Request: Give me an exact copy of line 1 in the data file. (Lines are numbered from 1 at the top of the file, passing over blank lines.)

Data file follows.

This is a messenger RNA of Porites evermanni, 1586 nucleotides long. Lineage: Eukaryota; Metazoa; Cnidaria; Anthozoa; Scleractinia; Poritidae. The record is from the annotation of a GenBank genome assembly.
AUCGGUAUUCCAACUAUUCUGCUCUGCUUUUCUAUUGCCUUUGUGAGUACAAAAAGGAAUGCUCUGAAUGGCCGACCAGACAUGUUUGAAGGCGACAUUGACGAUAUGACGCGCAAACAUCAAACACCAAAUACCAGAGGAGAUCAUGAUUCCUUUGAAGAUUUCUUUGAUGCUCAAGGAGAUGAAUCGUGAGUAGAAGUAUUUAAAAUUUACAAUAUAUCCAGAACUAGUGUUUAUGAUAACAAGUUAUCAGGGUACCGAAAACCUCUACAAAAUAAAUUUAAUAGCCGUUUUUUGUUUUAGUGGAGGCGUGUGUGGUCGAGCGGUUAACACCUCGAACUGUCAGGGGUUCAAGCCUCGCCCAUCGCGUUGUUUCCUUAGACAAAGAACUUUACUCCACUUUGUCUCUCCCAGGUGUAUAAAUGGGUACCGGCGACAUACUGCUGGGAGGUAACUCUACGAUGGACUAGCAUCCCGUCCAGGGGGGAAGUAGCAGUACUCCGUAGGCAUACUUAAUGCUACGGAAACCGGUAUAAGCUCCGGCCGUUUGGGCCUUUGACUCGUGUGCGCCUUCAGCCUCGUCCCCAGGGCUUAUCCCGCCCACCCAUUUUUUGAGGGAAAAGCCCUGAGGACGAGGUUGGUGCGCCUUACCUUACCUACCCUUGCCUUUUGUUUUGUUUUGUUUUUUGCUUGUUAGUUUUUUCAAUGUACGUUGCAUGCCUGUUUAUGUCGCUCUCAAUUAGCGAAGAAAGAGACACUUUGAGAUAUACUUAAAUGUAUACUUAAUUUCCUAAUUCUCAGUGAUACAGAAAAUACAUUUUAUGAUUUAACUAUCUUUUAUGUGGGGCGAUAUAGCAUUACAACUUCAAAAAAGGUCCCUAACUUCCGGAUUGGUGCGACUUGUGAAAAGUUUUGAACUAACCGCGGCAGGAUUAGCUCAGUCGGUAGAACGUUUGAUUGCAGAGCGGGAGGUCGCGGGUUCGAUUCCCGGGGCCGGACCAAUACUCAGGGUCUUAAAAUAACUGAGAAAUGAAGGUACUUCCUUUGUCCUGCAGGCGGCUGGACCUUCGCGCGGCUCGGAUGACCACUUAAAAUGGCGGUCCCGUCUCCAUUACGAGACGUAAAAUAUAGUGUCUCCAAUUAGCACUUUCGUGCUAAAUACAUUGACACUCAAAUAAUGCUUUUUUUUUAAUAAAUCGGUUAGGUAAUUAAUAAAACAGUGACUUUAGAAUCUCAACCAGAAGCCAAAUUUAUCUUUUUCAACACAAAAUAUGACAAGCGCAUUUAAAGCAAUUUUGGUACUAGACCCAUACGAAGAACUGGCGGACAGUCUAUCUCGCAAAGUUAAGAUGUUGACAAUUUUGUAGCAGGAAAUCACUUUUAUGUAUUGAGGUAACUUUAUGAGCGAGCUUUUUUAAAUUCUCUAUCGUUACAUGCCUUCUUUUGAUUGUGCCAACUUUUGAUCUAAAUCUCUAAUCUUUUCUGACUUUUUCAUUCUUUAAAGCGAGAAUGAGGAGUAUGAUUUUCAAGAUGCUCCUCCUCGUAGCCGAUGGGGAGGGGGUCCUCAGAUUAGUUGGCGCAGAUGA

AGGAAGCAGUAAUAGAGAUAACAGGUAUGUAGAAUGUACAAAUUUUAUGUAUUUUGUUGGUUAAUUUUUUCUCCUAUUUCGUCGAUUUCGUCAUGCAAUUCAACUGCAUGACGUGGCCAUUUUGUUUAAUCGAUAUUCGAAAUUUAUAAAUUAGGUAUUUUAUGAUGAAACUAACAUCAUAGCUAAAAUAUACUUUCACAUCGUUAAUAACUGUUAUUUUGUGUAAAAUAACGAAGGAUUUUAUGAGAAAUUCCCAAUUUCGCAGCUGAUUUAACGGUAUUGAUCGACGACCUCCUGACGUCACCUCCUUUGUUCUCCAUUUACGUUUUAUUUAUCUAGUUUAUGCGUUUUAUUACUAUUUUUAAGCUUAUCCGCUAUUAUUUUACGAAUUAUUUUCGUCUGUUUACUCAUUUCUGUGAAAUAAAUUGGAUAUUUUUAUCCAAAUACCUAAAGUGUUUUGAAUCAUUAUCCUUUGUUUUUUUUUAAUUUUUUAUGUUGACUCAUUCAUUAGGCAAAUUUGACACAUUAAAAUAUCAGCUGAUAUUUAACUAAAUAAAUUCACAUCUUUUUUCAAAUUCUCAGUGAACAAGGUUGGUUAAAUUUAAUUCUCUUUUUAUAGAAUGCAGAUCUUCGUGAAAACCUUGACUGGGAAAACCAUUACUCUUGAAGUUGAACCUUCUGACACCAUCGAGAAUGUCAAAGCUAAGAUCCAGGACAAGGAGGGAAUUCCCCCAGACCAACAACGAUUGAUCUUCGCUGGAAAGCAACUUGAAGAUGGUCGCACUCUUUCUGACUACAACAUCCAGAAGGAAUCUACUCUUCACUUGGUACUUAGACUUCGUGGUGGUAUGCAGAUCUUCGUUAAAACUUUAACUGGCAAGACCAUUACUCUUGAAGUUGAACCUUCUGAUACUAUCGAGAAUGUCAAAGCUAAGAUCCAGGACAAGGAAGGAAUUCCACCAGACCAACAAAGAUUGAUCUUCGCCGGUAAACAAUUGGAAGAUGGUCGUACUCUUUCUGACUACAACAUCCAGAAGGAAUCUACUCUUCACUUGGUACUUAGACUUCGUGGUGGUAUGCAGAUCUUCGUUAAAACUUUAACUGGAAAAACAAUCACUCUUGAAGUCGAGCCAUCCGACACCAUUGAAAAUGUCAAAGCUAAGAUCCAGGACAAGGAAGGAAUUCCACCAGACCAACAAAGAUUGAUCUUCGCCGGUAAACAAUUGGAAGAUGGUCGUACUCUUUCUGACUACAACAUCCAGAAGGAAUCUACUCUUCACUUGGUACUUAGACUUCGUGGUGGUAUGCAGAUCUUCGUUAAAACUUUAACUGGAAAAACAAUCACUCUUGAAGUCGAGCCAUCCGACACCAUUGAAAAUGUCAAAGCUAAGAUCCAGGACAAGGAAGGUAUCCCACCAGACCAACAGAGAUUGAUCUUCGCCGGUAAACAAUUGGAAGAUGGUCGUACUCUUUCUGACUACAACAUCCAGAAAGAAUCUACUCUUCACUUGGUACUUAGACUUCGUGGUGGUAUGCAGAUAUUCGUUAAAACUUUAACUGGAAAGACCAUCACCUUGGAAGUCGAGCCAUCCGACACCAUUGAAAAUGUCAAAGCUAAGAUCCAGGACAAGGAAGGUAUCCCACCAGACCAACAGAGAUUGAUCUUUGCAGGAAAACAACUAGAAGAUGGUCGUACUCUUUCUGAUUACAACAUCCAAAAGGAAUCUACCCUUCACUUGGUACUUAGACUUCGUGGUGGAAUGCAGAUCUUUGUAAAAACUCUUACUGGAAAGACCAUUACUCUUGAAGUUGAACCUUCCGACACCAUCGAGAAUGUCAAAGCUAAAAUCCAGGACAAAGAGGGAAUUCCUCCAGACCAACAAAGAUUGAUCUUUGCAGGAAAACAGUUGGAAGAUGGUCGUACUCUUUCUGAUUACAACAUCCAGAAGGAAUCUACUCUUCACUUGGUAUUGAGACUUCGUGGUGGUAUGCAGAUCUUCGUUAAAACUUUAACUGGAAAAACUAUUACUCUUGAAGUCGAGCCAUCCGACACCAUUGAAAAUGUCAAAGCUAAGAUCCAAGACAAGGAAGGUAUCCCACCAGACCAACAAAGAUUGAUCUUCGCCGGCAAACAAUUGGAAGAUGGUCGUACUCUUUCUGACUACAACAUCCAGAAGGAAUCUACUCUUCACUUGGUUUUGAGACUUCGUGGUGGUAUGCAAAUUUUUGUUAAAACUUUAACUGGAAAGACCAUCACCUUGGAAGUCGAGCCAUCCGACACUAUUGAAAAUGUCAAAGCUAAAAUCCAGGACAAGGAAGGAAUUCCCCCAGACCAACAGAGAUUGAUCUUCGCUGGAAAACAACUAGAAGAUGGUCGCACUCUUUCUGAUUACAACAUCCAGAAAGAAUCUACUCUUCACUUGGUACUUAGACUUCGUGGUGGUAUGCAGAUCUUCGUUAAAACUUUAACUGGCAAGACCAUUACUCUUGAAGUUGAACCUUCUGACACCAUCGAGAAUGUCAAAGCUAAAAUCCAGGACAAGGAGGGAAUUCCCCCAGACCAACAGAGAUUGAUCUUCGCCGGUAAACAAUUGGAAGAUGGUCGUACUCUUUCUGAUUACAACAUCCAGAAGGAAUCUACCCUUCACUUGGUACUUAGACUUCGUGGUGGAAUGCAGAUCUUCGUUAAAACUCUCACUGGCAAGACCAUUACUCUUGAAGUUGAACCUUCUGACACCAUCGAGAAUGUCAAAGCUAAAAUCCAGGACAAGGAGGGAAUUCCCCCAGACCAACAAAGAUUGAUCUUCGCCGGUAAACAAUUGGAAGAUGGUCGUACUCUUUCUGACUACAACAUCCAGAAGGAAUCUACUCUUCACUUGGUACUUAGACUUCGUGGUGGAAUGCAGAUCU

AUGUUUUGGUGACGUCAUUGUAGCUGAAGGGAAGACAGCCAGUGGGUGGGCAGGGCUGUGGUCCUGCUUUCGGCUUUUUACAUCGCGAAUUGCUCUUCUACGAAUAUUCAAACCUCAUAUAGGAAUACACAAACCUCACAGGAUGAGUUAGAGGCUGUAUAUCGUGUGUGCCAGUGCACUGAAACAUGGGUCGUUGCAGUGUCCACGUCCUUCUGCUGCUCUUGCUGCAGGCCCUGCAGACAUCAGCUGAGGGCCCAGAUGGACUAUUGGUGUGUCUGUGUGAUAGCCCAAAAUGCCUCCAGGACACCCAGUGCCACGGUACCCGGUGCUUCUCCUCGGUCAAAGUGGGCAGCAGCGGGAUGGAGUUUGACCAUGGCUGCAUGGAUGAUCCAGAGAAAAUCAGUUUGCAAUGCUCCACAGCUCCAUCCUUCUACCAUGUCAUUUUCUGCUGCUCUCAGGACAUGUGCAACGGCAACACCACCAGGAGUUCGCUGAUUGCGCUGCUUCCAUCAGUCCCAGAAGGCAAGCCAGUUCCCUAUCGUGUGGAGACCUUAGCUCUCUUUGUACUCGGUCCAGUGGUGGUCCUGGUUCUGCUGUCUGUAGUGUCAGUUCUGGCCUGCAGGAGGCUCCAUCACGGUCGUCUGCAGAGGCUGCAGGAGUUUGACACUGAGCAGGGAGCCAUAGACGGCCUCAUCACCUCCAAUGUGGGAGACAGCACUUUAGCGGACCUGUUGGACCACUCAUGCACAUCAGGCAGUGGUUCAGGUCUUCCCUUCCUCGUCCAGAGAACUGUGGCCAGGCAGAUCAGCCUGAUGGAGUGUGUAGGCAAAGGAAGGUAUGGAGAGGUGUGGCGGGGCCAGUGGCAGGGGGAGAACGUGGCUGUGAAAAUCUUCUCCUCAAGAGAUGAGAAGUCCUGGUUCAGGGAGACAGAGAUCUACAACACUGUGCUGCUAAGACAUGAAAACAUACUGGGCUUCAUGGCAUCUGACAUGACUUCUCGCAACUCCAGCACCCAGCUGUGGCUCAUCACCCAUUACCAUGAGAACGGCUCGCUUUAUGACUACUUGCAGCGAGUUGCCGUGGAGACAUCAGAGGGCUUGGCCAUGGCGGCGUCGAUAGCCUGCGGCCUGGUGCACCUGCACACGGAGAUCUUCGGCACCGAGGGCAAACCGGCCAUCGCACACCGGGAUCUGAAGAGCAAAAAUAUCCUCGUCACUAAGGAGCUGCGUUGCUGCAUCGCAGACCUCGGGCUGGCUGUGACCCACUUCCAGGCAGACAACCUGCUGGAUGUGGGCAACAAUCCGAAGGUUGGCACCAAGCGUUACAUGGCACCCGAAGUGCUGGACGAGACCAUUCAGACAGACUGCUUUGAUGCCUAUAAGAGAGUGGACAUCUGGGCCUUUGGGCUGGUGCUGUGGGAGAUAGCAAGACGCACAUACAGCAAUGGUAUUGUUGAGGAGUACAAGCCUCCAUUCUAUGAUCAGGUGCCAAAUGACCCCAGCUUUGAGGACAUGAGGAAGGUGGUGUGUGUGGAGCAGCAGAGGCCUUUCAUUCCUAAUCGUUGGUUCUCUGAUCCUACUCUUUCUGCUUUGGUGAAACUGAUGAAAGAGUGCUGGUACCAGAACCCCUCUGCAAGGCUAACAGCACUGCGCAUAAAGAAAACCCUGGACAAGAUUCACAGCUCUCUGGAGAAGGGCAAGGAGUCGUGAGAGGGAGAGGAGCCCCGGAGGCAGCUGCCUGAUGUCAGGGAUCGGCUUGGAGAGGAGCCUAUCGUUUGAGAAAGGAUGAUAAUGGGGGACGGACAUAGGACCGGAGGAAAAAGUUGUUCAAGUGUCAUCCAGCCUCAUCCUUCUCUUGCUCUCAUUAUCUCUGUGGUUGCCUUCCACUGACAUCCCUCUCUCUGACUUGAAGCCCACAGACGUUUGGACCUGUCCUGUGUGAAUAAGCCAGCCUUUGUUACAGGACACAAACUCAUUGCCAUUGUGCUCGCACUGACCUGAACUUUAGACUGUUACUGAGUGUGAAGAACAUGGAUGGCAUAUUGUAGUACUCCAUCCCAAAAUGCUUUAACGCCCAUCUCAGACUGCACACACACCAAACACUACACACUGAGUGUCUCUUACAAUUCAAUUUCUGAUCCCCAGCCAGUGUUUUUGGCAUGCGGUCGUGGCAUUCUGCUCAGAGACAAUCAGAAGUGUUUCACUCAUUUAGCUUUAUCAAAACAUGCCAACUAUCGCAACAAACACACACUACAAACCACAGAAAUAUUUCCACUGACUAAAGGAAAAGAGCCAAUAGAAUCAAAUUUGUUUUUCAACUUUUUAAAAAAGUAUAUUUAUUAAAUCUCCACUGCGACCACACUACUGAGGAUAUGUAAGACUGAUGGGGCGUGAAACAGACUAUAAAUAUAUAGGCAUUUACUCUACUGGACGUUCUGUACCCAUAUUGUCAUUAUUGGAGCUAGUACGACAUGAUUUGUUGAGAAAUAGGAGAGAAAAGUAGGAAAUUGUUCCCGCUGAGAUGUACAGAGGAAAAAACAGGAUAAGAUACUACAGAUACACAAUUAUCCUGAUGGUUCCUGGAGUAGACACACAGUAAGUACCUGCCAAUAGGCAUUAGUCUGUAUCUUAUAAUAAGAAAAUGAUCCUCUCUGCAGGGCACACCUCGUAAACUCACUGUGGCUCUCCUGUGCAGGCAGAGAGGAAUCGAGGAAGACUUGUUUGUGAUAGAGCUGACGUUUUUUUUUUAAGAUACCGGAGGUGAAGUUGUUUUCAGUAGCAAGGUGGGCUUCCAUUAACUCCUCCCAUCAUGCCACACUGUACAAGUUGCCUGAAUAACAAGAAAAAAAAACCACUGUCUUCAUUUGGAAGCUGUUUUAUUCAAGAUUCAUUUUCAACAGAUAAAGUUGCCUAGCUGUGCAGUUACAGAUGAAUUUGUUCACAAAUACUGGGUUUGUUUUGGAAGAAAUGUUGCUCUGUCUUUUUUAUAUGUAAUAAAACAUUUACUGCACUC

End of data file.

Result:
This is a messenger RNA of Porites evermanni, 1586 nucleotides long. Lineage: Eukaryota; Metazoa; Cnidaria; Anthozoa; Scleractinia; Poritidae. The record is from the annotation of a GenBank genome assembly.